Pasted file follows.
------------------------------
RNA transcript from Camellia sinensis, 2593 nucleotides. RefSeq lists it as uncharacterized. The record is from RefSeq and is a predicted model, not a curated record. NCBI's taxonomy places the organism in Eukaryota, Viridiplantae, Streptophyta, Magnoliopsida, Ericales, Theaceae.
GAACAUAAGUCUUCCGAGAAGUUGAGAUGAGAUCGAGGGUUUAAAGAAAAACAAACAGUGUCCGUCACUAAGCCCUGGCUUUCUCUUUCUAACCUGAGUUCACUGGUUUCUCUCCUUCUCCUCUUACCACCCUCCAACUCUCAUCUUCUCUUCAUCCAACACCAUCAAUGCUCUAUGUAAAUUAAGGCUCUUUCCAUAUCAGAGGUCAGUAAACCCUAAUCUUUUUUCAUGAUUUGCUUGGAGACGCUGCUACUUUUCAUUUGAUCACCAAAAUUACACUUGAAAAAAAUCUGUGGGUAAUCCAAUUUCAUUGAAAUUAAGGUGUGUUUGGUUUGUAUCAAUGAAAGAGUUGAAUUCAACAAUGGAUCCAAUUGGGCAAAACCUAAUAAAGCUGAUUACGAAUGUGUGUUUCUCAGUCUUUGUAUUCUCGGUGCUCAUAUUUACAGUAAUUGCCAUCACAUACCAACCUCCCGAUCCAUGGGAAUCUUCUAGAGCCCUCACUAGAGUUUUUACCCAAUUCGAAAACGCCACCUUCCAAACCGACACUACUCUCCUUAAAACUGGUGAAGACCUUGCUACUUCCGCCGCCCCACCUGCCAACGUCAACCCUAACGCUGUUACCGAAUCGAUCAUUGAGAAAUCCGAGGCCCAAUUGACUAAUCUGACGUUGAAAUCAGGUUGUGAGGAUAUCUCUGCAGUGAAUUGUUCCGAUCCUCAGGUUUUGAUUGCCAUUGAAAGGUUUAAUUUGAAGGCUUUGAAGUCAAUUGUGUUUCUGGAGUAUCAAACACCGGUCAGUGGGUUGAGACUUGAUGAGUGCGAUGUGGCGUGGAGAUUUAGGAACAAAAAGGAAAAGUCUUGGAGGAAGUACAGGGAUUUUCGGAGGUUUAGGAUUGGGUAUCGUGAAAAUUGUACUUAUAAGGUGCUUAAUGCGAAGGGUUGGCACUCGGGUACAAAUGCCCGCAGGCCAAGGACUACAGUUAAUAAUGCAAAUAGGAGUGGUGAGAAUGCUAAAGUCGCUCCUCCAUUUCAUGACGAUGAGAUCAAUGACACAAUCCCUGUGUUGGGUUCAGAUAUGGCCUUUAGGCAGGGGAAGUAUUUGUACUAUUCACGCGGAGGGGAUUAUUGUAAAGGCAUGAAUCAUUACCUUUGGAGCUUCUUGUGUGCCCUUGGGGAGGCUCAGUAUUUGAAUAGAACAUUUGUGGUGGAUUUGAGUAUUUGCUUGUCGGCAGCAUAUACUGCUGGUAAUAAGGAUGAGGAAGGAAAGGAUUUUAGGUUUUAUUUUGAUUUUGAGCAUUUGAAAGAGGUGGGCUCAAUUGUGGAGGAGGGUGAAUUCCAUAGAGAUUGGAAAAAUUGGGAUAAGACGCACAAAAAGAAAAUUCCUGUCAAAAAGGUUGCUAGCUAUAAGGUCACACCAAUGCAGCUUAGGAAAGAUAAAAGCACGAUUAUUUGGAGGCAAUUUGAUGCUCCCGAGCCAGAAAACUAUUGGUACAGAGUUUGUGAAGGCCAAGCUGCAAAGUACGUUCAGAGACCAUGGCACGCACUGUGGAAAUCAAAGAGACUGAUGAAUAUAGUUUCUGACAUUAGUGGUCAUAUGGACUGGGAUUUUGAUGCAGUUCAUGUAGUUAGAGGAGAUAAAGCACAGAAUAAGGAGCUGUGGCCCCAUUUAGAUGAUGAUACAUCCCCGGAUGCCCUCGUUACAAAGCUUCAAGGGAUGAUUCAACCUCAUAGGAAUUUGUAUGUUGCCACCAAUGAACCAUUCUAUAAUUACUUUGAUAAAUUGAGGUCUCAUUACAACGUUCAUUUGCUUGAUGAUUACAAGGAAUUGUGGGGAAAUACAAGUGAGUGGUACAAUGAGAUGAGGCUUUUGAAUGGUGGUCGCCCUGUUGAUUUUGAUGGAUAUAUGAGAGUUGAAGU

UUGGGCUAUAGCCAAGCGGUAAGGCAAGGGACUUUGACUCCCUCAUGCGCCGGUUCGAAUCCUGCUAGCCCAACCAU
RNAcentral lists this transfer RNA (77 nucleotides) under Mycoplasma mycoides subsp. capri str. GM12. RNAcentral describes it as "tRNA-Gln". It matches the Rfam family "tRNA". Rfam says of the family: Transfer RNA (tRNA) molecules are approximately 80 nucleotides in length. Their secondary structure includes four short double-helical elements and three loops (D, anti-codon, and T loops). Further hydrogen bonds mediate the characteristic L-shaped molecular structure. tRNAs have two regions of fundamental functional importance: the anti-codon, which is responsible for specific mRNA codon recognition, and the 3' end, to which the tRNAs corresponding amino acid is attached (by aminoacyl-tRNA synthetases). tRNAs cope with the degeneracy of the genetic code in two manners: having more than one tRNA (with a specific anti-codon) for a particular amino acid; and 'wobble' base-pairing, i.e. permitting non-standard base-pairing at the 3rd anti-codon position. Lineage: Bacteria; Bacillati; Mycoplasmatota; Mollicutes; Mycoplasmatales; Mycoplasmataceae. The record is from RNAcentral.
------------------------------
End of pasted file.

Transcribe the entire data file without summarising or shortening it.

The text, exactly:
RNA transcript from Camellia sinensis, 2593 nucleotides. RefSeq lists it as uncharacterized. The record is from RefSeq and is a predicted model, not a curated record. NCBI's taxonomy places the organism in Eukaryota, Viridiplantae, Streptophyta, Magnoliopsida, Ericales, Theaceae.
GAACAUAAGUCUUCCGAGAAGUUGAGAUGAGAUCGAGGGUUUAAAGAAAAACAAACAGUGUCCGUCACUAAGCCCUGGCUUUCUCUUUCUAACCUGAGUUCACUGGUUUCUCUCCUUCUCCUCUUACCACCCUCCAACUCUCAUCUUCUCUUCAUCCAACACCAUCAAUGCUCUAUGUAAAUUAAGGCUCUUUCCAUAUCAGAGGUCAGUAAACCCUAAUCUUUUUUCAUGAUUUGCUUGGAGACGCUGCUACUUUUCAUUUGAUCACCAAAAUUACACUUGAAAAAAAUCUGUGGGUAAUCCAAUUUCAUUGAAAUUAAGGUGUGUUUGGUUUGUAUCAAUGAAAGAGUUGAAUUCAACAAUGGAUCCAAUUGGGCAAAACCUAAUAAAGCUGAUUACGAAUGUGUGUUUCUCAGUCUUUGUAUUCUCGGUGCUCAUAUUUACAGUAAUUGCCAUCACAUACCAACCUCCCGAUCCAUGGGAAUCUUCUAGAGCCCUCACUAGAGUUUUUACCCAAUUCGAAAACGCCACCUUCCAAACCGACACUACUCUCCUUAAAACUGGUGAAGACCUUGCUACUUCCGCCGCCCCACCUGCCAACGUCAACCCUAACGCUGUUACCGAAUCGAUCAUUGAGAAAUCCGAGGCCCAAUUGACUAAUCUGACGUUGAAAUCAGGUUGUGAGGAUAUCUCUGCAGUGAAUUGUUCCGAUCCUCAGGUUUUGAUUGCCAUUGAAAGGUUUAAUUUGAAGGCUUUGAAGUCAAUUGUGUUUCUGGAGUAUCAAACACCGGUCAGUGGGUUGAGACUUGAUGAGUGCGAUGUGGCGUGGAGAUUUAGGAACAAAAAGGAAAAGUCUUGGAGGAAGUACAGGGAUUUUCGGAGGUUUAGGAUUGGGUAUCGUGAAAAUUGUACUUAUAAGGUGCUUAAUGCGAAGGGUUGGCACUCGGGUACAAAUGCCCGCAGGCCAAGGACUACAGUUAAUAAUGCAAAUAGGAGUGGUGAGAAUGCUAAAGUCGCUCCUCCAUUUCAUGACGAUGAGAUCAAUGACACAAUCCCUGUGUUGGGUUCAGAUAUGGCCUUUAGGCAGGGGAAGUAUUUGUACUAUUCACGCGGAGGGGAUUAUUGUAAAGGCAUGAAUCAUUACCUUUGGAGCUUCUUGUGUGCCCUUGGGGAGGCUCAGUAUUUGAAUAGAACAUUUGUGGUGGAUUUGAGUAUUUGCUUGUCGGCAGCAUAUACUGCUGGUAAUAAGGAUGAGGAAGGAAAGGAUUUUAGGUUUUAUUUUGAUUUUGAGCAUUUGAAAGAGGUGGGCUCAAUUGUGGAGGAGGGUGAAUUCCAUAGAGAUUGGAAAAAUUGGGAUAAGACGCACAAAAAGAAAAUUCCUGUCAAAAAGGUUGCUAGCUAUAAGGUCACACCAAUGCAGCUUAGGAAAGAUAAAAGCACGAUUAUUUGGAGGCAAUUUGAUGCUCCCGAGCCAGAAAACUAUUGGUACAGAGUUUGUGAAGGCCAAGCUGCAAAGUACGUUCAGAGACCAUGGCACGCACUGUGGAAAUCAAAGAGACUGAUGAAUAUAGUUUCUGACAUUAGUGGUCAUAUGGACUGGGAUUUUGAUGCAGUUCAUGUAGUUAGAGGAGAUAAAGCACAGAAUAAGGAGCUGUGGCCCCAUUUAGAUGAUGAUACAUCCCCGGAUGCCCUCGUUACAAAGCUUCAAGGGAUGAUUCAACCUCAUAGGAAUUUGUAUGUUGCCACCAAUGAACCAUUCUAUAAUUACUUUGAUAAAUUGAGGUCUCAUUACAACGUUCAUUUGCUUGAUGAUUACAAGGAAUUGUGGGGAAAUACAAGUGAGUGGUACAAUGAGAUGAGGCUUUUGAAUGGUGGUCGCCCUGUUGAUUUUGAUGGAUAUAUGAGAGUUGAAGU

UUGGGCUAUAGCCAAGCGGUAAGGCAAGGGACUUUGACUCCCUCAUGCGCCGGUUCGAAUCCUGCUAGCCCAACCAU
RNAcentral lists this transfer RNA (77 nucleotides) under Mycoplasma mycoides subsp. capri str. GM12. RNAcentral describes it as "tRNA-Gln". It matches the Rfam family "tRNA". Rfam says of the family: Transfer RNA (tRNA) molecules are approximately 80 nucleotides in length. Their secondary structure includes four short double-helical elements and three loops (D, anti-codon, and T loops). Further hydrogen bonds mediate the characteristic L-shaped molecular structure. tRNAs have two regions of fundamental functional importance: the anti-codon, which is responsible for specific mRNA codon recognition, and the 3' end, to which the tRNAs corresponding amino acid is attached (by aminoacyl-tRNA synthetases). tRNAs cope with the degeneracy of the genetic code in two manners: having more than one tRNA (with a specific anti-codon) for a particular amino acid; and 'wobble' base-pairing, i.e. permitting non-standard base-pairing at the 3rd anti-codon position. Lineage: Bacteria; Bacillati; Mycoplasmatota; Mollicutes; Mycoplasmatales; Mycoplasmataceae. The record is from RNAcentral.